If you’d like to look at the files I made while doing this, they are on the download page.

So there you have it. Make a circuit, order it, and in about a week-and-a-half, you get something that looks like this. If you need some help, you can usually find me during the week as sircastor on IRC on the #dorkbot channel or you can email me!


47 thoughts on “A Beginner’s guide to making an Arduino Shield PCB

  1. Hello Aaron
    Thank you for this informative and detailed post – you must have read my mind, as lately I have been thinking about making my own shields as well. Congratulations for your efforts, and thank you once more!

  2. Nice beginner’s guide.

    One thing that is very confusing for beginners is the backwards way the Eagle group function works.

    At the point where you have them move all the parts as a group onto the board, it should go like so:

    Select the Move command *first*
    Then select the Group command
    Then drag around the parts
    Then, with the mouse over one of the highlighted parts,
    Right click and select Group:Move (near the bottom of the popup menu)
    Now drag the parts onto the board (the big white square)

  3. Oops, found one more thing near the end. You need to zip up not only the .ger files, but also the .xln and .dri files. These last two tell the board fabricators what size and where the holes go in the board.

    I recently forgot to include the drill files in an order. Can’t make a board without the holes!

    1. Thanks! I’ve gone into the tutorial and added in a note about the drill files.

      As for moving the group, all Eagle is doing is automatically throwing the command back to move after you’ve selected the objects. I see your point in terms of the way that Eagle tends to operate, but the method of choosing move after vs before you group the items seems not to make much of a difference. You’re still clicking the same buttons, just in a slightly different order with the same result.

      Either way I appreciate the comments. If you see anything else that stands out, let me know.

  4. Its just a matter of efficiency. Your technique involves: click group icon, move pointer from menu to drawing area, drag select, move pointer back to icons, click move, move pointer back to drawing area, right click and select group:move. That’s two extra mouse moves between the icons and drawing area over the method I suggest.

    Over a long evening designing and laying out a board, such efficiencies start to make a difference.

  5. Good tutorial on Eagle, but if you want to really help people make Arduino shields, you should discuss the actual spacing/layout of the headers that is required to fit on an Arduino. For example, the nonstandard .16″ spacing between the 8-pin headers. In your tutorial, your board was already magically laid out before you even dragged the ratsnest of parts onto the board. That certainly doesn’t happen magically in real life.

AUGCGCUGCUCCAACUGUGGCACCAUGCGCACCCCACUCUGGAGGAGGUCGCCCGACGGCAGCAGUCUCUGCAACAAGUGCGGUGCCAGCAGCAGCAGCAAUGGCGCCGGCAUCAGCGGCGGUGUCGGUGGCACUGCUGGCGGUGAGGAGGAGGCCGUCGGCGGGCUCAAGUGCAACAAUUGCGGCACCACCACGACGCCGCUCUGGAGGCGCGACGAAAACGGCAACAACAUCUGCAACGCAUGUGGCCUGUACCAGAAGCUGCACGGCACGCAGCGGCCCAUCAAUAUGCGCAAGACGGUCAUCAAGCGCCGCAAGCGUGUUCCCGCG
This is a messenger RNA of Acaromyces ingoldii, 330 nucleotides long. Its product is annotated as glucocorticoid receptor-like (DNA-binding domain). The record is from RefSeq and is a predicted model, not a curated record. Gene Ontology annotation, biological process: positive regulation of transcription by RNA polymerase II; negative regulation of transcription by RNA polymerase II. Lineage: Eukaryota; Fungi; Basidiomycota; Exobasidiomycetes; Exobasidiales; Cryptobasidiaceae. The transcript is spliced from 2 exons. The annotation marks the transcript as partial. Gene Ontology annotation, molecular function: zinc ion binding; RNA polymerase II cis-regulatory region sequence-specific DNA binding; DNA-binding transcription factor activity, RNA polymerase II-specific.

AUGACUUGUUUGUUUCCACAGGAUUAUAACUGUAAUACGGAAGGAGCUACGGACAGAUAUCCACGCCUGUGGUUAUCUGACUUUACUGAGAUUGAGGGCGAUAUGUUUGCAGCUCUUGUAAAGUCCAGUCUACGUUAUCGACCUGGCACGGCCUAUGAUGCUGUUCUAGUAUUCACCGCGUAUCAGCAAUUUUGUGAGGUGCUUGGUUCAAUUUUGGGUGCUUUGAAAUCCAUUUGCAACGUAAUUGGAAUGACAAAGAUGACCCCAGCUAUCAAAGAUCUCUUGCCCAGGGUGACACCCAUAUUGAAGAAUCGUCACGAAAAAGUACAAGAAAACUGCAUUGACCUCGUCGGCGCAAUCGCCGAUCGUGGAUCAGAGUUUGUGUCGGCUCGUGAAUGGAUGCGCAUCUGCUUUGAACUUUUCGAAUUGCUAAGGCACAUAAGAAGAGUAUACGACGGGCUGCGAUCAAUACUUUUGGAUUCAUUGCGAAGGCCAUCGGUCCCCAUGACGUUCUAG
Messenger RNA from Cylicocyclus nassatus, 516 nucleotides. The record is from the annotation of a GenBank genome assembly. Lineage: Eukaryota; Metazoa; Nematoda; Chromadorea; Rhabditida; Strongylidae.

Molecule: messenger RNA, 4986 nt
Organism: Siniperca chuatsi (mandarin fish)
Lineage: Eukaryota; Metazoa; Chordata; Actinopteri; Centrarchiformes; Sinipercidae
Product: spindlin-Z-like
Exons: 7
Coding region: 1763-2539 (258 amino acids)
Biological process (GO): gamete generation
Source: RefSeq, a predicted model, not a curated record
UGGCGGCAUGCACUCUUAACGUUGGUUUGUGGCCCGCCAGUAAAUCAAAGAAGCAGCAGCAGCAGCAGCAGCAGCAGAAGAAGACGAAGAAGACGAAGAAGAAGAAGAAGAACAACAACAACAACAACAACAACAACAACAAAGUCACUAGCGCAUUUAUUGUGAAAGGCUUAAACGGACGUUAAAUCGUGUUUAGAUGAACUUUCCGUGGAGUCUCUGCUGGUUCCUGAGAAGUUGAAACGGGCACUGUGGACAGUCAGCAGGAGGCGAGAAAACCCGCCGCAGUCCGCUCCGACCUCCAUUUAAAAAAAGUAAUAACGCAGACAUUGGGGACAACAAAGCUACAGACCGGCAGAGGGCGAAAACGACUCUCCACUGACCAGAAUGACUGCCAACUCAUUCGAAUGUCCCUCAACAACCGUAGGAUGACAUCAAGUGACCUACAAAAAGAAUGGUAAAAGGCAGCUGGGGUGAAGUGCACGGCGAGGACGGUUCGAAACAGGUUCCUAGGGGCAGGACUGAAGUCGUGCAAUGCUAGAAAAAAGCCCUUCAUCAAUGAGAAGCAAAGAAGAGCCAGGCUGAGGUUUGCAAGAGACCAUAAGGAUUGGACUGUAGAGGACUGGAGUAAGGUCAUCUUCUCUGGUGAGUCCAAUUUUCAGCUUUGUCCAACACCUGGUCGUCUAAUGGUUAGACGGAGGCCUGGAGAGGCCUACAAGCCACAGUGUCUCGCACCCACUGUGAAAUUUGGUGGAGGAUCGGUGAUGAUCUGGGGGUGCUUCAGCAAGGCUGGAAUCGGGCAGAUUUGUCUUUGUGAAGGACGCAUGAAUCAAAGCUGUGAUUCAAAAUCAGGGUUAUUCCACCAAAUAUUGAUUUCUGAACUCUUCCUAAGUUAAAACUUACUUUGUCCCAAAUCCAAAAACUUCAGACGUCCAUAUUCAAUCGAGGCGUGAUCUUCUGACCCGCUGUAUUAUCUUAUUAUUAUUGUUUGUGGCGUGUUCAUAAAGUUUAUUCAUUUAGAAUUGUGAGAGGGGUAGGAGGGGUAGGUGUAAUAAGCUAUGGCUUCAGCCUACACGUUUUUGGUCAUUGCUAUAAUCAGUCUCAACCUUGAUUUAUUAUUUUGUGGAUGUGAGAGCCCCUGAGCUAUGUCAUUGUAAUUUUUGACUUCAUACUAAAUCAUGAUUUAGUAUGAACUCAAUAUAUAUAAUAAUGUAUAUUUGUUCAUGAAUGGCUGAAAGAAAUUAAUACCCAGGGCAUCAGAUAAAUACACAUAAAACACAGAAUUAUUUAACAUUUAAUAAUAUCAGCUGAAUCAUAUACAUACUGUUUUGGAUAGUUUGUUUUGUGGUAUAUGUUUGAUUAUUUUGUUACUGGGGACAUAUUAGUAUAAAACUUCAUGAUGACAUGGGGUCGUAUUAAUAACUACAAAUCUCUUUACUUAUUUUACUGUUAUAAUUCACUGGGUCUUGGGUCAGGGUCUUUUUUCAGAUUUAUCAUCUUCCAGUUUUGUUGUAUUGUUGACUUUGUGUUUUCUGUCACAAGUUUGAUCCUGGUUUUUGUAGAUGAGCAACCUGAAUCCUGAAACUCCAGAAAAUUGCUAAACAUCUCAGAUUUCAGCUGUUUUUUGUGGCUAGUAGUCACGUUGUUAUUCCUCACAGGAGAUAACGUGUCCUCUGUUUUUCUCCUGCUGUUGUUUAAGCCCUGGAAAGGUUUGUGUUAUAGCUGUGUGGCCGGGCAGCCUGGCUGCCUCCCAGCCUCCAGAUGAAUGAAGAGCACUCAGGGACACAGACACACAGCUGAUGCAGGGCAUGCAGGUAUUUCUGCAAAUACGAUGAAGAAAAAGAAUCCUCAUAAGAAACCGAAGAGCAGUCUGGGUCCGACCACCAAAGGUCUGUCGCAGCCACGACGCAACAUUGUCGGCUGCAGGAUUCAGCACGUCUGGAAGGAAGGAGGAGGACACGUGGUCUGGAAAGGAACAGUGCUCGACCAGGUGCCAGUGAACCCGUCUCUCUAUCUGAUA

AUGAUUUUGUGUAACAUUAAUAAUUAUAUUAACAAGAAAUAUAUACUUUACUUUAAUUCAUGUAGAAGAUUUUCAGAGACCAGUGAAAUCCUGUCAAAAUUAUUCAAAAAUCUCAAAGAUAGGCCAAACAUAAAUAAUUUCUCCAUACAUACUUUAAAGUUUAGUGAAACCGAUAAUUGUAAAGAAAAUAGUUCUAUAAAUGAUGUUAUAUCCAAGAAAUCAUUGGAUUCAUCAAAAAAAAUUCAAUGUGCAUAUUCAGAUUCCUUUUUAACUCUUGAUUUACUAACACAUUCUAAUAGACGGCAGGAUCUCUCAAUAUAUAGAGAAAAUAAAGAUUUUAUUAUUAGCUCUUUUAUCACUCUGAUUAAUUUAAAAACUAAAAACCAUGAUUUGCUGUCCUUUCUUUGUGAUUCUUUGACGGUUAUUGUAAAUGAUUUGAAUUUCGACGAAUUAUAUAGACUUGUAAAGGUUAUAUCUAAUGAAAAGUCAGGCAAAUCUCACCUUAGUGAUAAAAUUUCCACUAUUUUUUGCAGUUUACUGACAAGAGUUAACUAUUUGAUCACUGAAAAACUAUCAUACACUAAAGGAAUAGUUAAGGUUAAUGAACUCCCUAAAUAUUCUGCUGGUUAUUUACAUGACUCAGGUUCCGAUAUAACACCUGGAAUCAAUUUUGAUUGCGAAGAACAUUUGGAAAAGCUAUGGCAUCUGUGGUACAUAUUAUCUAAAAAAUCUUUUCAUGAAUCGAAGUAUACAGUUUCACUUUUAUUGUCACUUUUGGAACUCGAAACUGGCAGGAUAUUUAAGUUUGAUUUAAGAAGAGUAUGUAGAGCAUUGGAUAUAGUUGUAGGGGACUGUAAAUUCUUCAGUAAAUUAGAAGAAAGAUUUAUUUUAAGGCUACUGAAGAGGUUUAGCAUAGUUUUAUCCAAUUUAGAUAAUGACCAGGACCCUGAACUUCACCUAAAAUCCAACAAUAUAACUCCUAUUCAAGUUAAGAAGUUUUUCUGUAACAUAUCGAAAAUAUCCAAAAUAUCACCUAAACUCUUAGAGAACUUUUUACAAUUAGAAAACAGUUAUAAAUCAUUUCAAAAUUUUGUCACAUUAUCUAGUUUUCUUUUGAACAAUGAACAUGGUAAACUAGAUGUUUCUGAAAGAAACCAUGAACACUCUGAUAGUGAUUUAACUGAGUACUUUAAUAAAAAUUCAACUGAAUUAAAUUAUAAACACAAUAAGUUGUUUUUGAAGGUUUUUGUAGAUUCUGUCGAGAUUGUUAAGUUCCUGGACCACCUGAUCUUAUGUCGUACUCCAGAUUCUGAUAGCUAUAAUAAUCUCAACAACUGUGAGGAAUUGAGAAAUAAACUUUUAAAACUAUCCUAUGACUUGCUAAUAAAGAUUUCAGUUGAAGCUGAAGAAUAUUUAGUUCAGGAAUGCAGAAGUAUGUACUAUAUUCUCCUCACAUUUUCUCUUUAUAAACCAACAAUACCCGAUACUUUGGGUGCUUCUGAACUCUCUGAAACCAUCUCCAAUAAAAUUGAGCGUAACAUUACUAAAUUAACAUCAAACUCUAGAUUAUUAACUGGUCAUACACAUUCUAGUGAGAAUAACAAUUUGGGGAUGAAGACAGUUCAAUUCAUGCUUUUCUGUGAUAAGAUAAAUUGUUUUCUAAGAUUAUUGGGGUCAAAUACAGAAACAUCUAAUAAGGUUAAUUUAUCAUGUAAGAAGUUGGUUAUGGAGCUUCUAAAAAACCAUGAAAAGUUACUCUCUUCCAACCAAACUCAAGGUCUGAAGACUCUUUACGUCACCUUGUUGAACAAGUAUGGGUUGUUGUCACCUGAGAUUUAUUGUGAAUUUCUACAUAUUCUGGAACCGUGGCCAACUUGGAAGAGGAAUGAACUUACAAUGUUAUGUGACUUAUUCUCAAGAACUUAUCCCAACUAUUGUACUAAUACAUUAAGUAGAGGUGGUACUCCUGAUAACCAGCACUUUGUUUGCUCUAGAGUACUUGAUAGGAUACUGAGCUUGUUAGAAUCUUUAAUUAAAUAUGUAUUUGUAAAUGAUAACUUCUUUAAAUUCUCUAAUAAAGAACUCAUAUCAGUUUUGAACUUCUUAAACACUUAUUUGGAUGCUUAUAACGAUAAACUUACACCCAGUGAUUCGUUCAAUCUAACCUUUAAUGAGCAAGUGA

1. I see your point, but the goal here was to provide people with a starting point. That’s why I went with SparkFun’s library instead of trying to explain the finer points of offsetting the headers. I don’t see many advantages to making your own headers, especially with a proven part. The experience of setting the headers is valuable in terms of learning Eagle. But if you want to make an Arduino shield, and you’re unfamiliar with Eagle anyway, using a reliable part is a good starting point.

      In the tutorial, the parts came laid out like that as I went through the process. I’m sure if you follow the process you’ll get the parts laid out in the same fashion.

  6. SiliconFarmer: over a long evening designing and laying out you learn to start using key combos to save mouse moves and clicks :D

  7. Fatastic guide – I’ve been looking for something like this! Very clear and detailed. Thanks for taking the time to create this!

    1. Hi Pratyush,

      I transitioned away from the webserver that I was using and didn’t move the files over. I’ll dig into my files and see if I can find them. Barring that it’s easy enough to replicate, just follow the instructions! :)

  8. Did I miss where the dimensions of the board itself and placement of the connectors? I want to design my own shield.

    1. The benefit of using a footprint like Sparkfun’s is that you don’t need to worry about placement of connectors – It’ll matchup because the footprint has the dimensions built in. As for board dimension: As long as you keep it large enough for the tolerances of your board manufacture, you can make it as large or as small as you like (provided the headers fit in the dimension boundary) My example above is rectangular because it was convenient. If you want to follow the shape of an arduino, Sparkfun’s “Board” library has a “Duemilanove Shield” layout in it that contains the outline for the arduino board. Alternatively, you can go right to the source and grab the Arduino Eagle Files: http://arduino.cc/en/Main/arduinoBoardUno

  9. hi bro!
    sorri but i dont understand how to make the gerber file!

    when im making the cam file, i go to file – open – job. but i dont know what job do i need to open.

    1. Hi Jose,

      OSHPark (if you’re making your board with them) has a cam job here you can use: http://support.oshpark.com/support/articles/134816-generating-custom-gerbers-from
      Alternatively, you can do it by hand – you typically have 7 layers:

      • Top layer
      • (this is the actually copper layer on the board with your circuit)

      • Bottom layer
      • Top Soldermask
      • Bottom Soldermask
      • Top Silkscreen
      • Bottom Silkscreen
      • Drills

      You just have to match up the layers in the right column with a gerber file. I’d recommend just using OSHPark’s cam job as it’s easier than figuring it out on your own.